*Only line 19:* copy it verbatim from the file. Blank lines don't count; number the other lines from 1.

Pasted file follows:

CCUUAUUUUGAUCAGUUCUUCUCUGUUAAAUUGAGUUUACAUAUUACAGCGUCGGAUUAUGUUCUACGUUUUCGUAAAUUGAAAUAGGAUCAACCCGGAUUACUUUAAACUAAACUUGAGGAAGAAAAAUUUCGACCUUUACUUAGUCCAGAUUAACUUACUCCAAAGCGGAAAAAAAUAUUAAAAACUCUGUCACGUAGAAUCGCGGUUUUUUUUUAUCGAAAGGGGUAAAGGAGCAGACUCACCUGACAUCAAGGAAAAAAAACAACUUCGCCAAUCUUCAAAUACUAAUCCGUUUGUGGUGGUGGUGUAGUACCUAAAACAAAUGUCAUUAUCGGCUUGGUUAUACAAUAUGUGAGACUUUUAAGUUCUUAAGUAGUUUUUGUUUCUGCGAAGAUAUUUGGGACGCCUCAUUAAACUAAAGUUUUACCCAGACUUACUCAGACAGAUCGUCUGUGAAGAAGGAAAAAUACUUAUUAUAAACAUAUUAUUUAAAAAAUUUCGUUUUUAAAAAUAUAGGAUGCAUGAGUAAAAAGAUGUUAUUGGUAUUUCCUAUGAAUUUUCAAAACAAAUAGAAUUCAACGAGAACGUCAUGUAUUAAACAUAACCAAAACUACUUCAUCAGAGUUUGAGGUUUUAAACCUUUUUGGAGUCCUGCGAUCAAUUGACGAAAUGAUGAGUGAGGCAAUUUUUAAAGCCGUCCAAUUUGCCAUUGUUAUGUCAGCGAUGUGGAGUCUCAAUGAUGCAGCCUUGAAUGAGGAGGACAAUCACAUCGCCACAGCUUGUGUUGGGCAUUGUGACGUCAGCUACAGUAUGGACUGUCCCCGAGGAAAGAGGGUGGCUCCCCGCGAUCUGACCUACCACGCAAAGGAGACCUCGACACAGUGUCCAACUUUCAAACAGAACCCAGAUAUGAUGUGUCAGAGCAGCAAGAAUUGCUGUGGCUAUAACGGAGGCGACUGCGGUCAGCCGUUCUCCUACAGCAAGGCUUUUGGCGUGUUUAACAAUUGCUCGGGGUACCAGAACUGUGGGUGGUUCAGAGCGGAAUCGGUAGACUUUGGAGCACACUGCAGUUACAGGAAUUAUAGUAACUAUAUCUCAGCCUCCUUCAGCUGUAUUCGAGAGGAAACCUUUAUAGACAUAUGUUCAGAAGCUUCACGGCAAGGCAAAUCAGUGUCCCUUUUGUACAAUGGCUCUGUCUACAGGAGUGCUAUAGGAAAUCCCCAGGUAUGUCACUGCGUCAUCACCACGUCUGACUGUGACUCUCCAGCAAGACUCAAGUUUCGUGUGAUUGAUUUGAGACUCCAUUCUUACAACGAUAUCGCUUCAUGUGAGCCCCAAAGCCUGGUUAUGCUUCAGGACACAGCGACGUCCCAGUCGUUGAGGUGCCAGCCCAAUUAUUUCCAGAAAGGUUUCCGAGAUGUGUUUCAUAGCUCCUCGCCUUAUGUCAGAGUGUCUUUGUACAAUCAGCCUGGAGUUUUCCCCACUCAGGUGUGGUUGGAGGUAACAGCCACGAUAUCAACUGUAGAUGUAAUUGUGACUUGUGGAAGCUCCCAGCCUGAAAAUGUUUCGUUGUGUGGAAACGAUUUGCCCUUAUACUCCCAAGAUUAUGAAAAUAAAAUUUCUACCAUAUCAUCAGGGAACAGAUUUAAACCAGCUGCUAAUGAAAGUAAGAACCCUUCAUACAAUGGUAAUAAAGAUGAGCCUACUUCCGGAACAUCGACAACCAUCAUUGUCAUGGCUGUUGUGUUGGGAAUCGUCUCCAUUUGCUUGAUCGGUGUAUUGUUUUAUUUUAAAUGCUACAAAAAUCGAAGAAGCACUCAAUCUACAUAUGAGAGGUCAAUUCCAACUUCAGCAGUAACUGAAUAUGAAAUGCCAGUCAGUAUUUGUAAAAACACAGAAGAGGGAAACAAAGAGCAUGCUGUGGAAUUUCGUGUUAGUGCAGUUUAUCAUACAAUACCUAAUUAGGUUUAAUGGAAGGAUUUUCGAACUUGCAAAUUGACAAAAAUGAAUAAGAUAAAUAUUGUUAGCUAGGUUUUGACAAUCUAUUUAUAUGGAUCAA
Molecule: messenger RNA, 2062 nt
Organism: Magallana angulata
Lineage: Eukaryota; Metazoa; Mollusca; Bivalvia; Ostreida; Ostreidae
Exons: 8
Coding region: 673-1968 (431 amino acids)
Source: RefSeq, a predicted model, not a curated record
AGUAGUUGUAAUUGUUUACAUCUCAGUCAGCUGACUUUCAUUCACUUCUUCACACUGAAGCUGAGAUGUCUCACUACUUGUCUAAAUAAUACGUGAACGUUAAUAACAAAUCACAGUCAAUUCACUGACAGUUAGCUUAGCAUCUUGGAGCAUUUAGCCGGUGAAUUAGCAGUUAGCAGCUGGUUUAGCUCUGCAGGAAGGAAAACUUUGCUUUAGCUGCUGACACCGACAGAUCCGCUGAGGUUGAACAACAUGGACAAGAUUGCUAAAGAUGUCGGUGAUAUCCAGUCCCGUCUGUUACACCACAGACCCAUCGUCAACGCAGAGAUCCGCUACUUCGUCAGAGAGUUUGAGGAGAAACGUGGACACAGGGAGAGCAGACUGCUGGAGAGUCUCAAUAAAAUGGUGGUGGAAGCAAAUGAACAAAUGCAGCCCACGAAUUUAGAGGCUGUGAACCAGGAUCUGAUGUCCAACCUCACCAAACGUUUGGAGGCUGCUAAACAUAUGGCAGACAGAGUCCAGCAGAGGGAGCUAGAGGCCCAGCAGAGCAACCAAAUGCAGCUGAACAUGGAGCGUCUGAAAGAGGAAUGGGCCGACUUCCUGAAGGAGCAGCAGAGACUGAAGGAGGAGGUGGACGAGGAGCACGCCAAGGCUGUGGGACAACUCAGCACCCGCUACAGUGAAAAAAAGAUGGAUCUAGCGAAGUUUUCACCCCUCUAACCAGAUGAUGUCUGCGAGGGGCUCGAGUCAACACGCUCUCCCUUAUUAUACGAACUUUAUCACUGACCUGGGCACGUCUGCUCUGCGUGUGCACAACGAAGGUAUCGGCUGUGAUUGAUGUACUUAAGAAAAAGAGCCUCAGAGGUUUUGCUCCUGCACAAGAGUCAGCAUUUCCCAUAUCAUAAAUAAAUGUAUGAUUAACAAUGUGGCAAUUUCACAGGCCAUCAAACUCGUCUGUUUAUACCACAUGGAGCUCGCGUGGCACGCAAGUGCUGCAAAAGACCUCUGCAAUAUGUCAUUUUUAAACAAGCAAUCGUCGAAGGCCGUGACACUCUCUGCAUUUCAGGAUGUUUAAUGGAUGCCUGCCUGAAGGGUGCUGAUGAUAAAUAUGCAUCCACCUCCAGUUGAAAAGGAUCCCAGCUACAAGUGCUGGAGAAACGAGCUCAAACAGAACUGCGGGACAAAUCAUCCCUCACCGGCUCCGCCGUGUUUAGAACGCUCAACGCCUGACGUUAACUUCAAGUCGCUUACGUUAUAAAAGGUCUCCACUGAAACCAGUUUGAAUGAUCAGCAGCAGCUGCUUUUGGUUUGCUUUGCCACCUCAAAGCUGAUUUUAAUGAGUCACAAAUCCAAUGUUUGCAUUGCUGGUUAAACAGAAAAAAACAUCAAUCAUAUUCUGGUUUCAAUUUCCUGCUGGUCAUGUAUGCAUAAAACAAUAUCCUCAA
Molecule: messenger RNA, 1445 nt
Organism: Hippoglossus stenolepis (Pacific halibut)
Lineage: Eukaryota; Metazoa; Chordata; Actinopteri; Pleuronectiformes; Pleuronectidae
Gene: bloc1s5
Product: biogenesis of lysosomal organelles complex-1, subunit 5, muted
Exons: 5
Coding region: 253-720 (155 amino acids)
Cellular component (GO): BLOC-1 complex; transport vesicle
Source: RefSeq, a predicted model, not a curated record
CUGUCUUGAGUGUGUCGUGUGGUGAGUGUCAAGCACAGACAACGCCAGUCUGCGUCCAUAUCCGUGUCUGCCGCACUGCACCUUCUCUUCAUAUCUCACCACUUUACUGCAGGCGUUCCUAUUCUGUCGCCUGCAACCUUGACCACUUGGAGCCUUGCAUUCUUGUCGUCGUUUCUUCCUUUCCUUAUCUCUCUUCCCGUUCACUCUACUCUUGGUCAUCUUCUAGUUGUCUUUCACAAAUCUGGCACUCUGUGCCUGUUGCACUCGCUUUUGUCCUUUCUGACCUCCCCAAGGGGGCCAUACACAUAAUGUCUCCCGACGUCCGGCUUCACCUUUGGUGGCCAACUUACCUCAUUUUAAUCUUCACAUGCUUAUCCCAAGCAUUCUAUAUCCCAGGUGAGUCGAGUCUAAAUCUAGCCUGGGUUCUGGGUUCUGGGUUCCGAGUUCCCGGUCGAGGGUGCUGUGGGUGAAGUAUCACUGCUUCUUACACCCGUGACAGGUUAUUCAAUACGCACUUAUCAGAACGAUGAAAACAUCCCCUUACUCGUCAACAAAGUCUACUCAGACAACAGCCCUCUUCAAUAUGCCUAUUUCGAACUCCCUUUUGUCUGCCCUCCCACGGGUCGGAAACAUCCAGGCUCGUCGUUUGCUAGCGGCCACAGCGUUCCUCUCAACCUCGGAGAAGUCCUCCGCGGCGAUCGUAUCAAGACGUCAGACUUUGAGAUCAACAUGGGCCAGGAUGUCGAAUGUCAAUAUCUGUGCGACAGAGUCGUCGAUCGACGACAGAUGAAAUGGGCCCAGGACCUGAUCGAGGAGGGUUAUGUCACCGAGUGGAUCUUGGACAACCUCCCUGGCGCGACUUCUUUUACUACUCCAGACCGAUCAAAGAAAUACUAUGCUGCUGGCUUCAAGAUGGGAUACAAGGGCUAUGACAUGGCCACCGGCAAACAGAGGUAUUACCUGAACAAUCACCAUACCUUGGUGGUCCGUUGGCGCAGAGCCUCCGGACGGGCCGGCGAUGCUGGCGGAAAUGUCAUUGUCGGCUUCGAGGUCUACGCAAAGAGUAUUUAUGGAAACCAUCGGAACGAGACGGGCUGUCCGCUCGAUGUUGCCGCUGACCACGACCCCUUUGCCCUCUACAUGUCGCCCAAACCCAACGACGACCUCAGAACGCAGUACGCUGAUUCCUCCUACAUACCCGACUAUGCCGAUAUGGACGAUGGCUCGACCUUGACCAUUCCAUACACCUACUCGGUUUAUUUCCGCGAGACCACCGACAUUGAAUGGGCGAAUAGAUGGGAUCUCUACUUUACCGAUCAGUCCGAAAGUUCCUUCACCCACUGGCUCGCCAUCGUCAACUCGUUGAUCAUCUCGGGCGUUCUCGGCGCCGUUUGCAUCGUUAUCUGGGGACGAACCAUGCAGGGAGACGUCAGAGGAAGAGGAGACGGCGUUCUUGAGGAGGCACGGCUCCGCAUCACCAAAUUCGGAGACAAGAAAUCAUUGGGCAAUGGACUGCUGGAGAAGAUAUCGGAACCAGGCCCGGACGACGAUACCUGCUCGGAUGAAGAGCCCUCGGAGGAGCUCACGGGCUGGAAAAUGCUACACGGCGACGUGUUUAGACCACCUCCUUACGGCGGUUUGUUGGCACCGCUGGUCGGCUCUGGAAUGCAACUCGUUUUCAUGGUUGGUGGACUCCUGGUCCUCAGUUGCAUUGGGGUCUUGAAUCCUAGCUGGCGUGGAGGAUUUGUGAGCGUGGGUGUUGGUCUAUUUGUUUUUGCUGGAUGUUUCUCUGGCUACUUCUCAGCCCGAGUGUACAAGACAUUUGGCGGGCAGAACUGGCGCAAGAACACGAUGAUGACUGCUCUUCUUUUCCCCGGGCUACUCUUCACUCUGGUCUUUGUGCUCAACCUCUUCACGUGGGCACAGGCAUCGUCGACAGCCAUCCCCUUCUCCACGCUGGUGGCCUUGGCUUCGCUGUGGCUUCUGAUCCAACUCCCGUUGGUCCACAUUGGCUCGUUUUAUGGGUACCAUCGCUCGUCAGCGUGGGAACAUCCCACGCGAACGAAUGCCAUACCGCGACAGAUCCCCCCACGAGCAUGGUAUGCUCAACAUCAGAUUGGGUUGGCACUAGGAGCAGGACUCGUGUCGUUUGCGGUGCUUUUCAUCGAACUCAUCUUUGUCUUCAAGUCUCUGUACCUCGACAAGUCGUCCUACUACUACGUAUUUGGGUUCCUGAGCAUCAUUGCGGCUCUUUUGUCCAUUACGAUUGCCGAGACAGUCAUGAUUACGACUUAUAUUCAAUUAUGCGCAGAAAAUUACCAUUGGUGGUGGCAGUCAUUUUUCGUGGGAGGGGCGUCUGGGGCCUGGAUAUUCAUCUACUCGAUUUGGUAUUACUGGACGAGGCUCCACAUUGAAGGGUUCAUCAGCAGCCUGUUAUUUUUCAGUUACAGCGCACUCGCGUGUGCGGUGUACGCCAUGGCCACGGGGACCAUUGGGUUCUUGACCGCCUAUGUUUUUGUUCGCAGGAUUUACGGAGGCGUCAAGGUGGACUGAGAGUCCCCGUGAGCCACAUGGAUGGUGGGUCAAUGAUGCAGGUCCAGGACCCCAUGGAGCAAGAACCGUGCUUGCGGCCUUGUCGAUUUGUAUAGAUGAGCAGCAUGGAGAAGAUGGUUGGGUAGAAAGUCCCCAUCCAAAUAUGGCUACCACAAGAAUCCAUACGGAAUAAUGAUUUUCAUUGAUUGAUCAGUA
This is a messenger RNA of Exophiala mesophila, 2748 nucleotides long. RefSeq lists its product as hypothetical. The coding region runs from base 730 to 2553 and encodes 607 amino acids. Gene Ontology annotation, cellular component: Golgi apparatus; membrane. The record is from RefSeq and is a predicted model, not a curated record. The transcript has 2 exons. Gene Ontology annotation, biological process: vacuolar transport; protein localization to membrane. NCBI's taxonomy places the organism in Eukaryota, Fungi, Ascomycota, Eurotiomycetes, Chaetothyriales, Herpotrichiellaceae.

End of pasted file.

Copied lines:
This is a messenger RNA of Exophiala mesophila, 2748 nucleotides long. RefSeq lists its product as hypothetical. The coding region runs from base 730 to 2553 and encodes 607 amino acids. Gene Ontology annotation, cellular component: Golgi apparatus; membrane. The record is from RefSeq and is a predicted model, not a curated record. The transcript has 2 exons. Gene Ontology annotation, biological process: vacuolar transport; protein localization to membrane. NCBI's taxonomy places the organism in Eukaryota, Fungi, Ascomycota, Eurotiomycetes, Chaetothyriales, Herpotrichiellaceae.